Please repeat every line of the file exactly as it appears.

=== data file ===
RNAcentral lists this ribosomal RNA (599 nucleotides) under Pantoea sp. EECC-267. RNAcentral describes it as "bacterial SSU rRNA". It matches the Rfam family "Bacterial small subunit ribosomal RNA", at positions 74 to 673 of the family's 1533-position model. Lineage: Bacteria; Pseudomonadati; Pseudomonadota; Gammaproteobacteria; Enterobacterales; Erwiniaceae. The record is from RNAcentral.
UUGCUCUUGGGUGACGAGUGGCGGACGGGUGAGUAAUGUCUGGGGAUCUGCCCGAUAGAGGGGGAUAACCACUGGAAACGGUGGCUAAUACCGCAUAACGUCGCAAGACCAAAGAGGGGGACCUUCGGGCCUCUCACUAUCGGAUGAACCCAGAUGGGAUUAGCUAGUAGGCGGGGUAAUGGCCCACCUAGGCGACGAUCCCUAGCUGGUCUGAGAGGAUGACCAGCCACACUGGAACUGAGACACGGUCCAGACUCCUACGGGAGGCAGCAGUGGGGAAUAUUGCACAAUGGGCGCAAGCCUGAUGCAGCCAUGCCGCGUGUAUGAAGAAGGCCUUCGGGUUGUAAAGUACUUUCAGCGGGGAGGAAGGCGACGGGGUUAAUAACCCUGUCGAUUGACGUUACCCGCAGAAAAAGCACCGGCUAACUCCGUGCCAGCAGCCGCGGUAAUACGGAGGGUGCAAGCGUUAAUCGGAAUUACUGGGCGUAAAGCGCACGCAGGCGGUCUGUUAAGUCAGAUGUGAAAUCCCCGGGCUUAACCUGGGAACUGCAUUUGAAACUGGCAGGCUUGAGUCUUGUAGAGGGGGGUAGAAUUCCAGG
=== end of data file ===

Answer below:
RNAcentral lists this ribosomal RNA (599 nucleotides) under Pantoea sp. EECC-267. RNAcentral describes it as "bacterial SSU rRNA". It matches the Rfam family "Bacterial small subunit ribosomal RNA", at positions 74 to 673 of the family's 1533-position model. Lineage: Bacteria; Pseudomonadati; Pseudomonadota; Gammaproteobacteria; Enterobacterales; Erwiniaceae. The record is from RNAcentral.
UUGCUCUUGGGUGACGAGUGGCGGACGGGUGAGUAAUGUCUGGGGAUCUGCCCGAUAGAGGGGGAUAACCACUGGAAACGGUGGCUAAUACCGCAUAACGUCGCAAGACCAAAGAGGGGGACCUUCGGGCCUCUCACUAUCGGAUGAACCCAGAUGGGAUUAGCUAGUAGGCGGGGUAAUGGCCCACCUAGGCGACGAUCCCUAGCUGGUCUGAGAGGAUGACCAGCCACACUGGAACUGAGACACGGUCCAGACUCCUACGGGAGGCAGCAGUGGGGAAUAUUGCACAAUGGGCGCAAGCCUGAUGCAGCCAUGCCGCGUGUAUGAAGAAGGCCUUCGGGUUGUAAAGUACUUUCAGCGGGGAGGAAGGCGACGGGGUUAAUAACCCUGUCGAUUGACGUUACCCGCAGAAAAAGCACCGGCUAACUCCGUGCCAGCAGCCGCGGUAAUACGGAGGGUGCAAGCGUUAAUCGGAAUUACUGGGCGUAAAGCGCACGCAGGCGGUCUGUUAAGUCAGAUGUGAAAUCCCCGGGCUUAACCUGGGAACUGCAUUUGAAACUGGCAGGCUUGAGUCUUGUAGAGGGGGGUAGAAUUCCAGG